There’s no getting around it these days. If you want to be a successful author, you must have an online presence and this must include the use of social media, at least to some extent. I would recommend a Facebook Page (as distinct from your personal profile) and a Twitter account as the bare minimum.
The reason is very simple: readers expect it.
The days of an author being able to hide behind the security blanket of the publisher are long gone. Even those authors who are lucky enough to have a publishing deal are still expected to engage directly with their readership.
So, the question is no longer “Should I be using social media?” but “How the hell do I find the time to do all the social media engagement required?”
To resolve this issue, I used to use Hootsuite. Once a week, I would painstakingly trawl the internet looking for ideas and content to create a .csv file and upload it into the application. After a few attempts and subsequent corrections, eventually it would upload. This whole procedure would take me approximately two hours, to write 7 days’ worth of tweets at 6 tweets per day. Facebook was another task altogether.
Well, it didn’t take long for me to see the flaws with Hootsuite. For one thing, you can’t bulk schedule posts with images. Images are critical to reader engagement on Twitter, so I knew I was already at a disadvantage. Also, once a tweet has been posted, it is binned, never to be seen again. This meant I would have to repeat this laborious task every week. I began to dread Sunday afternoons.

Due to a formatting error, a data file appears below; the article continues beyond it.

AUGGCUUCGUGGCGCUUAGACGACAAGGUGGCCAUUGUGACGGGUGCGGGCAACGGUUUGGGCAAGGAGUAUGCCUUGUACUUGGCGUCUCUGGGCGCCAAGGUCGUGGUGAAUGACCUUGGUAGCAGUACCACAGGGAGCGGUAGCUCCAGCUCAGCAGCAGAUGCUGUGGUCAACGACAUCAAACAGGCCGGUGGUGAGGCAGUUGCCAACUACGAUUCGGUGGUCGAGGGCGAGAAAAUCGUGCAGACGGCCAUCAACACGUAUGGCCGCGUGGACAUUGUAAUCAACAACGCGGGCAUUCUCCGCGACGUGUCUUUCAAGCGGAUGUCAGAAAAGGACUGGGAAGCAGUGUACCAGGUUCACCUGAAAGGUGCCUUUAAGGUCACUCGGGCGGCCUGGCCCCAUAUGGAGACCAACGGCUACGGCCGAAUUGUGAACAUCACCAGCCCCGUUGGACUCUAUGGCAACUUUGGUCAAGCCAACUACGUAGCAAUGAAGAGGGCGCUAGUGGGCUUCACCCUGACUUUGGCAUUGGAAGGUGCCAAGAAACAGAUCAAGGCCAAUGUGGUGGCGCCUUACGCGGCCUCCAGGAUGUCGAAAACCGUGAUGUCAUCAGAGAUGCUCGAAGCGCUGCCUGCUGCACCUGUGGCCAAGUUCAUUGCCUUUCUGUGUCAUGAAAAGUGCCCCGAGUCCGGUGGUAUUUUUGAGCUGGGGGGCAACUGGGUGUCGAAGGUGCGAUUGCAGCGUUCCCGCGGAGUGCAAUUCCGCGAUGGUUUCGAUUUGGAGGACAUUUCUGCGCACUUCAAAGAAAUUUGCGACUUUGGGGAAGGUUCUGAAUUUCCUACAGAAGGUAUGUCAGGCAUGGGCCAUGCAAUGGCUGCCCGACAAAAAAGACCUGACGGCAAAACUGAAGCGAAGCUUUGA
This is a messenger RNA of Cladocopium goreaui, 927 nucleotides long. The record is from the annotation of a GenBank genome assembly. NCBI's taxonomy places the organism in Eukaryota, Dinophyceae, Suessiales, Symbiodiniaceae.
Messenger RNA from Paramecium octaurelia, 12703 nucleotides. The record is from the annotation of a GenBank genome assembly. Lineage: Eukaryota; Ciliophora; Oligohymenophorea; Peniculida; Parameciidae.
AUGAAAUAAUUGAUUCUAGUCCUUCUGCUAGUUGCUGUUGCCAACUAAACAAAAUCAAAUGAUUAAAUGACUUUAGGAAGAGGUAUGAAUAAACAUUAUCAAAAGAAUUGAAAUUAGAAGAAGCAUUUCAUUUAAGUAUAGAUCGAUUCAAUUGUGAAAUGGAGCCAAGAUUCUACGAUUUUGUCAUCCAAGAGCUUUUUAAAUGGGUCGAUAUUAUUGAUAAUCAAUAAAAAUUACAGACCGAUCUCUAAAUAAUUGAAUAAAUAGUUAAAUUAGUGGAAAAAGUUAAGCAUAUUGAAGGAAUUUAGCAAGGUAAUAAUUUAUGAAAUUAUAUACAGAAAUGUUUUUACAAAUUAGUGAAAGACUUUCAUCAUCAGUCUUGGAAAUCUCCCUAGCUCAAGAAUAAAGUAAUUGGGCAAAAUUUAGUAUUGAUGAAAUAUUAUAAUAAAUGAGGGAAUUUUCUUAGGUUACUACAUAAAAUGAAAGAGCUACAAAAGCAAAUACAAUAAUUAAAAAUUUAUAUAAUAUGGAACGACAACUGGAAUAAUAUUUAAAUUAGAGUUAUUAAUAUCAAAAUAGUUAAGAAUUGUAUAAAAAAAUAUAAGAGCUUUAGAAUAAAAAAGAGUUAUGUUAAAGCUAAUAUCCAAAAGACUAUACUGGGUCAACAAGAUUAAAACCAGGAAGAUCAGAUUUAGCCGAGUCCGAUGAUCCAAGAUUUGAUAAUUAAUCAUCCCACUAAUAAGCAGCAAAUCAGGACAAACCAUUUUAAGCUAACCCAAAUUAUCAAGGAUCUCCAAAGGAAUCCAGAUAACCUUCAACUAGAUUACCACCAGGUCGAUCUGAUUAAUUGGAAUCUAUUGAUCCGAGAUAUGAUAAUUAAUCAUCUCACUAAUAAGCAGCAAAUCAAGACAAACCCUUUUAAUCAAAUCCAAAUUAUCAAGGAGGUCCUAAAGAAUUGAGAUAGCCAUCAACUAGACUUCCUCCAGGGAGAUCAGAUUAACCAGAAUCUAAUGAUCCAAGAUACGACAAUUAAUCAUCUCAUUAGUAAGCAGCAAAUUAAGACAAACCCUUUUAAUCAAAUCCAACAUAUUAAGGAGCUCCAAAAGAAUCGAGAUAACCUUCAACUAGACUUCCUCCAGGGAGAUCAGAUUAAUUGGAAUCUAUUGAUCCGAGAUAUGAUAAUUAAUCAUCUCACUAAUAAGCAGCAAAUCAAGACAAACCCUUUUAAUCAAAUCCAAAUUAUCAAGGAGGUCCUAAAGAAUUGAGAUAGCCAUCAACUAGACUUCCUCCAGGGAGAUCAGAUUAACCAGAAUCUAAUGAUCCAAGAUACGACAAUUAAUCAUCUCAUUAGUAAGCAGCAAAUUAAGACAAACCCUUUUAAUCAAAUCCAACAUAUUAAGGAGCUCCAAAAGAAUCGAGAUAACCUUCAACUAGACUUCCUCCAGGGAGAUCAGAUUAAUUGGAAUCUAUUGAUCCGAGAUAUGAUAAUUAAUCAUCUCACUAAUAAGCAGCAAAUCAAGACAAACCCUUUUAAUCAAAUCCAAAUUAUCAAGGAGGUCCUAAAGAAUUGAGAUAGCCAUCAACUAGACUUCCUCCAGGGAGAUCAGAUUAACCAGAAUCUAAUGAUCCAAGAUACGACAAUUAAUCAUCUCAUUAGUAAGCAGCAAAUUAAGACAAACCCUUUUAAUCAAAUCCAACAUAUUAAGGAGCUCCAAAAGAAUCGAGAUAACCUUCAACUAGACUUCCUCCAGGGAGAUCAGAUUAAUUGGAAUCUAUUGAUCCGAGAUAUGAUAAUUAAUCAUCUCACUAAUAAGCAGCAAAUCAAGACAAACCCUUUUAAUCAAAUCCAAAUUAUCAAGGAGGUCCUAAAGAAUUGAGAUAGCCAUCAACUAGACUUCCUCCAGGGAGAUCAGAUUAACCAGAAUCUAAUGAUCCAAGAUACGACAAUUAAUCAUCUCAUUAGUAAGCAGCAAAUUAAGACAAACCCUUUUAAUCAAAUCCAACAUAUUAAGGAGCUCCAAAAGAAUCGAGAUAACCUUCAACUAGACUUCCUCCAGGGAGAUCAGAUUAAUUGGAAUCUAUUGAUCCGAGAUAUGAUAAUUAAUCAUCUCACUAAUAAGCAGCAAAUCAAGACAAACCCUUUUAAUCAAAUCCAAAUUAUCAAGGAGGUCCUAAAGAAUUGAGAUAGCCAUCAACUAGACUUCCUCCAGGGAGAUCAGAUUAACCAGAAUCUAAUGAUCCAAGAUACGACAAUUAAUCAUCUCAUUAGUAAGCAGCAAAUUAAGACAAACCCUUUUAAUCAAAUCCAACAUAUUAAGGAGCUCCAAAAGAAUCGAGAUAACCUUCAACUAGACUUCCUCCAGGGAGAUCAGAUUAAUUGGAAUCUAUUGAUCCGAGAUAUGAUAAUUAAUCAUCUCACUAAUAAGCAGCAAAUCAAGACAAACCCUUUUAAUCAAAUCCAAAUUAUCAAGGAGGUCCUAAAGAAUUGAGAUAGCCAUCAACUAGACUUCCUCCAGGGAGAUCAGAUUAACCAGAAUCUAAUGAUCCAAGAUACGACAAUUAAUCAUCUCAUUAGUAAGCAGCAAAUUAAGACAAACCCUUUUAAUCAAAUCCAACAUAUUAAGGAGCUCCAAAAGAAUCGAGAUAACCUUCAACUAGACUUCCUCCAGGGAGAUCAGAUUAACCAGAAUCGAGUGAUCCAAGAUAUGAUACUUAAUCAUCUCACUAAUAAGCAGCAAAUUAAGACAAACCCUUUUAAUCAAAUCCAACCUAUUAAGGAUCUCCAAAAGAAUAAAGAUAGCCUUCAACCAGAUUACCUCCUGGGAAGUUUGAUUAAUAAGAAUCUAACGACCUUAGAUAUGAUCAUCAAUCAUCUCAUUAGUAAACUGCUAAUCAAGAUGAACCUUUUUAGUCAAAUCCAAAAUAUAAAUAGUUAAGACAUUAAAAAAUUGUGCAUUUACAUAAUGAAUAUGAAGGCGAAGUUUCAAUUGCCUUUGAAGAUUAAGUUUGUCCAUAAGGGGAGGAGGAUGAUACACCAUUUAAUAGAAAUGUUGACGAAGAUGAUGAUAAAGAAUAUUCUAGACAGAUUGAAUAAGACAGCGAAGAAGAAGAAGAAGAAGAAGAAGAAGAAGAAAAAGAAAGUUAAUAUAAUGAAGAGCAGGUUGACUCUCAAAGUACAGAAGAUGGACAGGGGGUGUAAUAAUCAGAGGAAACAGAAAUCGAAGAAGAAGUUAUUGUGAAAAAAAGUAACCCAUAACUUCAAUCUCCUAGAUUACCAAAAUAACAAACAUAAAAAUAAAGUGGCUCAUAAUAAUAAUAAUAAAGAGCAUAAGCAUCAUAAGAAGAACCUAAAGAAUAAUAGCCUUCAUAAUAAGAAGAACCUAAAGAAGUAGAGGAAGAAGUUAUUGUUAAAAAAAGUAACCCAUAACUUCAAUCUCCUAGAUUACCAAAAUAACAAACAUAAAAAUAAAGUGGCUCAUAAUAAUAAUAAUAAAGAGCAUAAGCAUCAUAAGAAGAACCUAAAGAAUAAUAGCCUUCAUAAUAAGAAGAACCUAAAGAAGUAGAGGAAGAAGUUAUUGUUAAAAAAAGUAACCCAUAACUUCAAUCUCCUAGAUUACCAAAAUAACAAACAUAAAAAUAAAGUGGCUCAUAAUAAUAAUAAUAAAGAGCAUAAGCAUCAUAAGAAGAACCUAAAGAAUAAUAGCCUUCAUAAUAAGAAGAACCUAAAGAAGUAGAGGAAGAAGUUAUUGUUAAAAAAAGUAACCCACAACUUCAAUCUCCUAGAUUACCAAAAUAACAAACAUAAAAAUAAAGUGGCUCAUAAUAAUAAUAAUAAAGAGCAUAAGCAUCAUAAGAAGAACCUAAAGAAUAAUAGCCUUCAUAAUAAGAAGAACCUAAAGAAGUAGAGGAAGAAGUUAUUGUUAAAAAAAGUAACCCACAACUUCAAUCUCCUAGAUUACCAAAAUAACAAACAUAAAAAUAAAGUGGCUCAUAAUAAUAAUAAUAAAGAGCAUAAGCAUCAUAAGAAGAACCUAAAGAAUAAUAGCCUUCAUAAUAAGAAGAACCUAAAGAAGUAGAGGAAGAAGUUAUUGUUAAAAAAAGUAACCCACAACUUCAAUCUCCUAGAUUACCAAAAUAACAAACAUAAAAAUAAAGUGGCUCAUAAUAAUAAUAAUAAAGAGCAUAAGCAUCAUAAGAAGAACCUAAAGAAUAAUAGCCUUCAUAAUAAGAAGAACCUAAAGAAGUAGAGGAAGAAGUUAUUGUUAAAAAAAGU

[Exit Hootsuite, stage left]
Well, folks, I am very proud to say I have found all the answers I need in this cute little fellow:
Now, I should point out here that I have a full-time job (as well as being a writer), therefore I probably have some more disposable income than some of you may do. However, I do consider this a very worthwhile $49 per month, and I’m all about value for money.
The system works very simply. Having signed up and linked your social media accounts, the next step is to create your categories. You might have one for writing tips, for example, and another for inspirational quotations. I have one for cat pictures too. (Sorry!)
After you have a couple of categories, you need to start adding content to grow your library. The Edgar library is really like a proper library of data. Once an item is saved, it remains in this repository for ever.
Edgar will then recycle these posts for you, over and over again, according to the schedule you give him. Now, let’s take Twitter. Apparently, the life of a tweet is just 24 minutes. Facebook, however, is much longer. Personally, I post 6 tweets a day (sometimes a few ad hoc), and a Facebook post just once.
Because I’m no longer under the pressure of doing a whole week’s worth in one go, I can now get ideas for content whenever I get a few spare moments. I have got into the habit of saving pictures and links I like whenever I’m on Facebook, with a view to following them up at a later date.
For me, Edgar is not free, but is very much about freedom, and in the 20-30 hours I spend a week on my writing business, I’m up for as much freedom as I can get my hands on. I’d highly recommend this to anyone for whom managing your social media feels like a burden. You’ll get some control back in your life and, ultimately, more time for writing!